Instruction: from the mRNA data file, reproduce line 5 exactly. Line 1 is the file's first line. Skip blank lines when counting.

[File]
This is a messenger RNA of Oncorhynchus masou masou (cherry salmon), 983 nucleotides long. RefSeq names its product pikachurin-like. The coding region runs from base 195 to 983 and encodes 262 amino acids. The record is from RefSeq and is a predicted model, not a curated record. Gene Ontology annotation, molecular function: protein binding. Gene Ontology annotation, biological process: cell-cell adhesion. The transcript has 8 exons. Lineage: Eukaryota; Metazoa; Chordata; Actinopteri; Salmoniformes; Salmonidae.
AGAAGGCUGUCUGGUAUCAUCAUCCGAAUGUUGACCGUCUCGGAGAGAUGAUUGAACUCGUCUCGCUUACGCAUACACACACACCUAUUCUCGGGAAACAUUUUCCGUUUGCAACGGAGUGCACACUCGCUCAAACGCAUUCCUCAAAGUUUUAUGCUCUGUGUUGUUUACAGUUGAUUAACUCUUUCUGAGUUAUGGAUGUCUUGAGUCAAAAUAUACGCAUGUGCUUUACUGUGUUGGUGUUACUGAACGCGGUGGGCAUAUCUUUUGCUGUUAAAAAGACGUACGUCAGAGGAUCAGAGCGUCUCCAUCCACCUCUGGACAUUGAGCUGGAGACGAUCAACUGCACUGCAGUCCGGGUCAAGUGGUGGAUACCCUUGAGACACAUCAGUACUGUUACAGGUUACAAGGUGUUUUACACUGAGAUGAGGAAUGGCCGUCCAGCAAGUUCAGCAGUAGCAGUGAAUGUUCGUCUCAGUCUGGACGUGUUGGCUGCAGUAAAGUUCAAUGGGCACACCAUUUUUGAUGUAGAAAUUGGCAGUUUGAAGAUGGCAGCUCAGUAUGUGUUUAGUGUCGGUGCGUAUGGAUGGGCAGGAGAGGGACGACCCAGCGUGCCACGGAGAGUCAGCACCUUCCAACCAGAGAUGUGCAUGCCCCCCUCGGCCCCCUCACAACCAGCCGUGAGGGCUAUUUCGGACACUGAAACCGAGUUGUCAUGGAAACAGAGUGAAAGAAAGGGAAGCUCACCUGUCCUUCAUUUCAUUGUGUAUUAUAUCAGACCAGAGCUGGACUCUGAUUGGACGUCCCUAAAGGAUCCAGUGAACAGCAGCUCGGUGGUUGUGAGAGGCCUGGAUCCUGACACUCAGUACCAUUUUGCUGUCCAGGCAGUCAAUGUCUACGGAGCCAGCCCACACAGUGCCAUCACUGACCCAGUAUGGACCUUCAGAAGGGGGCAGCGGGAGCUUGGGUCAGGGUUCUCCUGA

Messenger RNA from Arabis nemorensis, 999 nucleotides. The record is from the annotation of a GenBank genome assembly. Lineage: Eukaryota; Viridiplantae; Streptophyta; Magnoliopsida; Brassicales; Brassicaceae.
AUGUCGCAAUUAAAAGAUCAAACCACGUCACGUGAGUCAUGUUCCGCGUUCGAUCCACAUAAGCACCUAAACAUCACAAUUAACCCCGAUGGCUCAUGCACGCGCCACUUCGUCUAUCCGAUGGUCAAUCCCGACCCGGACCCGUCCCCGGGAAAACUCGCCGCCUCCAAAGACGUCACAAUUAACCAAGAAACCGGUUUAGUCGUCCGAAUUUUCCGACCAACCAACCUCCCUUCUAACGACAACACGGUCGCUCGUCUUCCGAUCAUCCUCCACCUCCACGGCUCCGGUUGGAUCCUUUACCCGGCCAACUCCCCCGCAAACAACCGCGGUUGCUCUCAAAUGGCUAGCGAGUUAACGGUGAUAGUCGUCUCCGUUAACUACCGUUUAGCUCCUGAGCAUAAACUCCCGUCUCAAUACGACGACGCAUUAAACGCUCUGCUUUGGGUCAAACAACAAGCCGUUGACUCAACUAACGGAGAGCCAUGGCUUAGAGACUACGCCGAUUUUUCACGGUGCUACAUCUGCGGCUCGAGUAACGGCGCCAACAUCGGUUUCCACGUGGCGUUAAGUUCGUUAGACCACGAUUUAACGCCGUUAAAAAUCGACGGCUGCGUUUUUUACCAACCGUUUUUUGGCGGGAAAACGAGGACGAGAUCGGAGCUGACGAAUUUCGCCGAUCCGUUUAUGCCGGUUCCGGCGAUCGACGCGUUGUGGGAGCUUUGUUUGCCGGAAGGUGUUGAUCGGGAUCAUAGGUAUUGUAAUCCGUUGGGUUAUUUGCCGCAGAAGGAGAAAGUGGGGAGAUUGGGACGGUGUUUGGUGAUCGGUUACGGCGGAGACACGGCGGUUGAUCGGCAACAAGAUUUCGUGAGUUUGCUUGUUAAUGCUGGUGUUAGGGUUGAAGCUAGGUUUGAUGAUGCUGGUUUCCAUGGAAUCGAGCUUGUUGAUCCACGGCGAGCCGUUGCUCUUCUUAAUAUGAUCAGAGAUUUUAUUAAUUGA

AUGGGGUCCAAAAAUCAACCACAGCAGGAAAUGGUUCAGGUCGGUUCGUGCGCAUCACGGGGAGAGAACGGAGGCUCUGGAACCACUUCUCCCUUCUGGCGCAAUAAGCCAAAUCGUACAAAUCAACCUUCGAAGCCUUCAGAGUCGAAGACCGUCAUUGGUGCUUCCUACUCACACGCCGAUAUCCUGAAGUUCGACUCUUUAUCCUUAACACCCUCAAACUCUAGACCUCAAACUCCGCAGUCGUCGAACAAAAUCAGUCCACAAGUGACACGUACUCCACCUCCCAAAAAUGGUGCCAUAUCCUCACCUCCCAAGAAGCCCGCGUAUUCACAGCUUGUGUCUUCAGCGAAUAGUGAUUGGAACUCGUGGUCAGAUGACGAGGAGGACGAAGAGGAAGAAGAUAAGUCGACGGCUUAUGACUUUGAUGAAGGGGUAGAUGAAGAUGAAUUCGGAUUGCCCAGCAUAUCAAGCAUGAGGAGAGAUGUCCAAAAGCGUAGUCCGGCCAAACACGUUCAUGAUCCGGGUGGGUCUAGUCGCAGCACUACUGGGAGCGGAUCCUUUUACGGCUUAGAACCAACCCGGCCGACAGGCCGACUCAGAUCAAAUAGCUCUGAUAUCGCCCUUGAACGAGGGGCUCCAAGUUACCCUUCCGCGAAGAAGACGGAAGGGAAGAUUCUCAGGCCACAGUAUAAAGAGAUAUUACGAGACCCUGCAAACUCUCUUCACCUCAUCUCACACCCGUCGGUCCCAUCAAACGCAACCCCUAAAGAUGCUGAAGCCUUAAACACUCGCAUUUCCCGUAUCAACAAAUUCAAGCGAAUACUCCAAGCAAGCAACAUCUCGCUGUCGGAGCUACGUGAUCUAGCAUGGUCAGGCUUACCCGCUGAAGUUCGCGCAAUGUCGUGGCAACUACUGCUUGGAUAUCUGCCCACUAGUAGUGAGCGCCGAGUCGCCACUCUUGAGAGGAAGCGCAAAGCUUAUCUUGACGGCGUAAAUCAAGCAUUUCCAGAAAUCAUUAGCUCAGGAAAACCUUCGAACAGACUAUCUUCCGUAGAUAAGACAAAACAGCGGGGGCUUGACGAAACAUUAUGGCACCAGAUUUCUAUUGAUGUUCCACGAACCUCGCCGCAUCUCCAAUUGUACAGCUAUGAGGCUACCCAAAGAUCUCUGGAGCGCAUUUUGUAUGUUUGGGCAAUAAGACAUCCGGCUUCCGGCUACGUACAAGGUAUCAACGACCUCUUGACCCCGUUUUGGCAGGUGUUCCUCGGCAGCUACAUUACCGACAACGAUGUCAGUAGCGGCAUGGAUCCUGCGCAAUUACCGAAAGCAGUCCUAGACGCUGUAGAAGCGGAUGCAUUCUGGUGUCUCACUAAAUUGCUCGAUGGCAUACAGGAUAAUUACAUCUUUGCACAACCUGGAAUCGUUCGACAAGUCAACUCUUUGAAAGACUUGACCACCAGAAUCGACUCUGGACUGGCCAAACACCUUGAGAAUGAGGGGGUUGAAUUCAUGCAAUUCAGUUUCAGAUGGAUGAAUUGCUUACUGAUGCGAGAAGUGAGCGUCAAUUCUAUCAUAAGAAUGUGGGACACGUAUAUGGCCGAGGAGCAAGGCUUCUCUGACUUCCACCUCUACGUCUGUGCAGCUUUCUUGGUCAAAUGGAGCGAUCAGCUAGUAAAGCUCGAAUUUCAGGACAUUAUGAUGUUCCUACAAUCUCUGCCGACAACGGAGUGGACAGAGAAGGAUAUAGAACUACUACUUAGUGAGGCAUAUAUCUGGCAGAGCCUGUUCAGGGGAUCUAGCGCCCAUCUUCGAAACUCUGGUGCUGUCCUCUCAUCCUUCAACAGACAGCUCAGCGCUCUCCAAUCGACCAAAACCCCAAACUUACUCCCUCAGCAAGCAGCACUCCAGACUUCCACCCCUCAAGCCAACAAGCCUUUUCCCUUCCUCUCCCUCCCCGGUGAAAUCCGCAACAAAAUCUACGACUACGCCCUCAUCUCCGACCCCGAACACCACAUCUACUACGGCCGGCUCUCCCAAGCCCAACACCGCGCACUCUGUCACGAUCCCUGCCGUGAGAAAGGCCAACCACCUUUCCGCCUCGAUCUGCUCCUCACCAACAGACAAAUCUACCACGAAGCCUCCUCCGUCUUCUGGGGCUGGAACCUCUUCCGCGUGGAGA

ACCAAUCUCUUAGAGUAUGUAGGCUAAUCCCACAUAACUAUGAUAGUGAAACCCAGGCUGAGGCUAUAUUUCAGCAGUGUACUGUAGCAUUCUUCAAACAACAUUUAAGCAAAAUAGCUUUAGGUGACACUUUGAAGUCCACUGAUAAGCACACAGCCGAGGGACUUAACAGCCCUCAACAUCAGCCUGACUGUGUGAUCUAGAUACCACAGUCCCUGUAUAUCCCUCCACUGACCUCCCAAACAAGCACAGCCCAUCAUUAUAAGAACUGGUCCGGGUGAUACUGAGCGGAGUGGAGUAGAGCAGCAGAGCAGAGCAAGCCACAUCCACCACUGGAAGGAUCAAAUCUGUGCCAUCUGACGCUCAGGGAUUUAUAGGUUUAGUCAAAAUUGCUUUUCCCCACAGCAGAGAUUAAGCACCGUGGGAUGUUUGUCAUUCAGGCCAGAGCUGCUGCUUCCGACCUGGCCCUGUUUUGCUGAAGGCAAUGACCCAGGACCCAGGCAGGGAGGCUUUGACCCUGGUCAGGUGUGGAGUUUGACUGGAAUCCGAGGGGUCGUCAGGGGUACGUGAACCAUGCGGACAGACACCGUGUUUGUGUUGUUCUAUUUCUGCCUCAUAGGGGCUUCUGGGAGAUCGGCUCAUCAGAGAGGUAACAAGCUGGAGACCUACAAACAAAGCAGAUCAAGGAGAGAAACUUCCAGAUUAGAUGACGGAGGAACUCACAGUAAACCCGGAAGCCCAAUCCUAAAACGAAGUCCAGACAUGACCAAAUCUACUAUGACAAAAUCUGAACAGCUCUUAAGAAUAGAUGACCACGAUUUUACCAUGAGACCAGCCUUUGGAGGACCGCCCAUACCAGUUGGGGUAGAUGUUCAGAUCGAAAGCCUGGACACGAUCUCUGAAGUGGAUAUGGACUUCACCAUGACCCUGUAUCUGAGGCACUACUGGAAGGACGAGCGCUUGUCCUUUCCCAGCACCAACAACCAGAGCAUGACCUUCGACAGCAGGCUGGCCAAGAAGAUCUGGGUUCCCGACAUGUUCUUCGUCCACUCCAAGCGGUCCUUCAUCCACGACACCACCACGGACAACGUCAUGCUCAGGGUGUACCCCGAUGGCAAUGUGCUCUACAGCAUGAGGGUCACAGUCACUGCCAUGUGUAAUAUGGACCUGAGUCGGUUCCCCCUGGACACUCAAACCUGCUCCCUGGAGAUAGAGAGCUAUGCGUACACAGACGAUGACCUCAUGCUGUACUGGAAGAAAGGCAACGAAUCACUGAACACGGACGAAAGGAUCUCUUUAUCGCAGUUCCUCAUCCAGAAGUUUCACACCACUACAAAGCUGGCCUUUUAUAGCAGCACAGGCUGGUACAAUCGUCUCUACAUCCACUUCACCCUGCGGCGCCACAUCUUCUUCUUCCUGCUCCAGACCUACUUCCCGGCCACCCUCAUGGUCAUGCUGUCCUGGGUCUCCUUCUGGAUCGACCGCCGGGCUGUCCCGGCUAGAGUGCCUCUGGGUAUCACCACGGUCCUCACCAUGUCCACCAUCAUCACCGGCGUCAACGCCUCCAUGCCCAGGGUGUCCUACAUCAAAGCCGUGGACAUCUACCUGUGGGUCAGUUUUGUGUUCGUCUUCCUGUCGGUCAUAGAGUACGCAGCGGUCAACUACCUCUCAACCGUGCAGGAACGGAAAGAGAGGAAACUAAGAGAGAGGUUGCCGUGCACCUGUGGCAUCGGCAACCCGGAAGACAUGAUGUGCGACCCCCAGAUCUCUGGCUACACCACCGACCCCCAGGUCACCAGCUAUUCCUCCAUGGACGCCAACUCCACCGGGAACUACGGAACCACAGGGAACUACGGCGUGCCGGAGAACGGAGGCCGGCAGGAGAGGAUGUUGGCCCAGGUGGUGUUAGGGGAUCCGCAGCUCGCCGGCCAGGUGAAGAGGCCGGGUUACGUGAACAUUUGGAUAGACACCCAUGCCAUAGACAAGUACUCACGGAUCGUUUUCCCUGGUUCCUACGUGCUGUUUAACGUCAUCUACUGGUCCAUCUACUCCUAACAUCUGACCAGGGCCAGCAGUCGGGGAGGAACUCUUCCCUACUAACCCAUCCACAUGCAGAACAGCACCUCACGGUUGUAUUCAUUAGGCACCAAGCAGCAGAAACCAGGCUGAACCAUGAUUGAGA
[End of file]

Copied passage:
AUGGGGUCCAAAAAUCAACCACAGCAGGAAAUGGUUCAGGUCGGUUCGUGCGCAUCACGGGGAGAGAACGGAGGCUCUGGAACCACUUCUCCCUUCUGGCGCAAUAAGCCAAAUCGUACAAAUCAACCUUCGAAGCCUUCAGAGUCGAAGACCGUCAUUGGUGCUUCCUACUCACACGCCGAUAUCCUGAAGUUCGACUCUUUAUCCUUAACACCCUCAAACUCUAGACCUCAAACUCCGCAGUCGUCGAACAAAAUCAGUCCACAAGUGACACGUACUCCACCUCCCAAAAAUGGUGCCAUAUCCUCACCUCCCAAGAAGCCCGCGUAUUCACAGCUUGUGUCUUCAGCGAAUAGUGAUUGGAACUCGUGGUCAGAUGACGAGGAGGACGAAGAGGAAGAAGAUAAGUCGACGGCUUAUGACUUUGAUGAAGGGGUAGAUGAAGAUGAAUUCGGAUUGCCCAGCAUAUCAAGCAUGAGGAGAGAUGUCCAAAAGCGUAGUCCGGCCAAACACGUUCAUGAUCCGGGUGGGUCUAGUCGCAGCACUACUGGGAGCGGAUCCUUUUACGGCUUAGAACCAACCCGGCCGACAGGCCGACUCAGAUCAAAUAGCUCUGAUAUCGCCCUUGAACGAGGGGCUCCAAGUUACCCUUCCGCGAAGAAGACGGAAGGGAAGAUUCUCAGGCCACAGUAUAAAGAGAUAUUACGAGACCCUGCAAACUCUCUUCACCUCAUCUCACACCCGUCGGUCCCAUCAAACGCAACCCCUAAAGAUGCUGAAGCCUUAAACACUCGCAUUUCCCGUAUCAACAAAUUCAAGCGAAUACUCCAAGCAAGCAACAUCUCGCUGUCGGAGCUACGUGAUCUAGCAUGGUCAGGCUUACCCGCUGAAGUUCGCGCAAUGUCGUGGCAACUACUGCUUGGAUAUCUGCCCACUAGUAGUGAGCGCCGAGUCGCCACUCUUGAGAGGAAGCGCAAAGCUUAUCUUGACGGCGUAAAUCAAGCAUUUCCAGAAAUCAUUAGCUCAGGAAAACCUUCGAACAGACUAUCUUCCGUAGAUAAGACAAAACAGCGGGGGCUUGACGAAACAUUAUGGCACCAGAUUUCUAUUGAUGUUCCACGAACCUCGCCGCAUCUCCAAUUGUACAGCUAUGAGGCUACCCAAAGAUCUCUGGAGCGCAUUUUGUAUGUUUGGGCAAUAAGACAUCCGGCUUCCGGCUACGUACAAGGUAUCAACGACCUCUUGACCCCGUUUUGGCAGGUGUUCCUCGGCAGCUACAUUACCGACAACGAUGUCAGUAGCGGCAUGGAUCCUGCGCAAUUACCGAAAGCAGUCCUAGACGCUGUAGAAGCGGAUGCAUUCUGGUGUCUCACUAAAUUGCUCGAUGGCAUACAGGAUAAUUACAUCUUUGCACAACCUGGAAUCGUUCGACAAGUCAACUCUUUGAAAGACUUGACCACCAGAAUCGACUCUGGACUGGCCAAACACCUUGAGAAUGAGGGGGUUGAAUUCAUGCAAUUCAGUUUCAGAUGGAUGAAUUGCUUACUGAUGCGAGAAGUGAGCGUCAAUUCUAUCAUAAGAAUGUGGGACACGUAUAUGGCCGAGGAGCAAGGCUUCUCUGACUUCCACCUCUACGUCUGUGCAGCUUUCUUGGUCAAAUGGAGCGAUCAGCUAGUAAAGCUCGAAUUUCAGGACAUUAUGAUGUUCCUACAAUCUCUGCCGACAACGGAGUGGACAGAGAAGGAUAUAGAACUACUACUUAGUGAGGCAUAUAUCUGGCAGAGCCUGUUCAGGGGAUCUAGCGCCCAUCUUCGAAACUCUGGUGCUGUCCUCUCAUCCUUCAACAGACAGCUCAGCGCUCUCCAAUCGACCAAAACCCCAAACUUACUCCCUCAGCAAGCAGCACUCCAGACUUCCACCCCUCAAGCCAACAAGCCUUUUCCCUUCCUCUCCCUCCCCGGUGAAAUCCGCAACAAAAUCUACGACUACGCCCUCAUCUCCGACCCCGAACACCACAUCUACUACGGCCGGCUCUCCCAAGCCCAACACCGCGCACUCUGUCACGAUCCCUGCCGUGAGAAAGGCCAACCACCUUUCCGCCUCGAUCUGCUCCUCACCAACAGACAAAUCUACCACGAAGCCUCCUCCGUCUUCUGGGGCUGGAACCUCUUCCGCGUGGAGA